Sadly, we too sometimes are scandalized by the same things. When we consider the Eucharist, there are many Catholics now who do not believe that Jesus is really present in the Blessed Sacrament. They do not believe that He is God. They do not believe that He continues to operate in and through the priests on a human level to continue to pour Himself out in His kingly office for us. They do not believe that He is the Way, the Truth, and the Life. He is the only Way, that is, the kingly office; He is the only Truth, that is, the prophetic office; He is the Life, that is, the priestly office. But if we do not understand, we tend not to accept.
We need to listen to His words. We need to recognize that He is the Son of God Who came into this world, and He teaches us with authority and not like the scribes of old. We need to recognize that He is the King, not in a worldly sense, but rather He is the King of kings and Lord of lords. He is the Savior of the world. He is not merely a prophet – He is the Messiah. He is the Christ Who is to come into the world. And each one of us, understanding (at least to the degree that we are able) Who He is, must then recognize the dignity of our call, and we must act upon that dignity which is ours because it is the truth of who we are based on the truth of Who Jesus Christ is.
And so the first question is do we accept Jesus Christ for Who He truly is? If the answer to that question is “yes” then I have to challenge you with the next one. Do you accept yourself for who you are as a member of Jesus Christ, Who is Priest, Prophet, and King, Who is the Messiah, Who is the Son of God? That tells us who we are: sons and daughters of God; priests, prophets, and kings. We are the ones whom God has chosen and sent into the world today. That is our dignity: to share in the divine life, to share in the threefold office of Christ, to be members of the Son of God Himself, to be chosen by our heavenly Father to continue the work of His Son. Do you believe that? Do you accept that for yourself? These two questions go together; you cannot say “yes” to one and “no” to the other. If you do not believe in your own dignity, you cannot believe even Who Jesus is. And if you believe in Who Jesus Christ is, then you have to believe in yourself. Not because you yourself are anything great in and of yourself – that is why the first thing Saint Paul says is that we have to live this in all humility with gentleness and patience and love. Humility. It is not because we were so great, but rather it is because of who God has made us to be. It is about Him more than it is about us, but we have to recognize who we are so that we can understand who we are in relationship to Him, so that we can recognize the dignity of our call and live that call in all humility with patience, gentleness, and love.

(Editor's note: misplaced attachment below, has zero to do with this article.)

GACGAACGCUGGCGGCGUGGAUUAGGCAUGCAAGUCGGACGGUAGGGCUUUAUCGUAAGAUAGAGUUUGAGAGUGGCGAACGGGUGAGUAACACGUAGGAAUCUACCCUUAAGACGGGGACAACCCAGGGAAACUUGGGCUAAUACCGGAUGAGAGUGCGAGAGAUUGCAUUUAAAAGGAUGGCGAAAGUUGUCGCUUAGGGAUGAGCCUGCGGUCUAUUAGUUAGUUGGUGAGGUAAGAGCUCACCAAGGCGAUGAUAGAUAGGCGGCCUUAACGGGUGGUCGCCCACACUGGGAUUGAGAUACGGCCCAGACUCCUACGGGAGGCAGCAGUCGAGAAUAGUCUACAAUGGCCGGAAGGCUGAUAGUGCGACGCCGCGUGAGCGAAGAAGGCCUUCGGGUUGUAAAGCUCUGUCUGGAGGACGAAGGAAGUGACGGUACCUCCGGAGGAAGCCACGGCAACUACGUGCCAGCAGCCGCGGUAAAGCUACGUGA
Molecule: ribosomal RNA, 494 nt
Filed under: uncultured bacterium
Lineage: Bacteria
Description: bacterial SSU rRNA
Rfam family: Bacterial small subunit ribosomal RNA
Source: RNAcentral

* This text was transcribed from the audio recording of a homily by Father Robert Altier with minimal editing.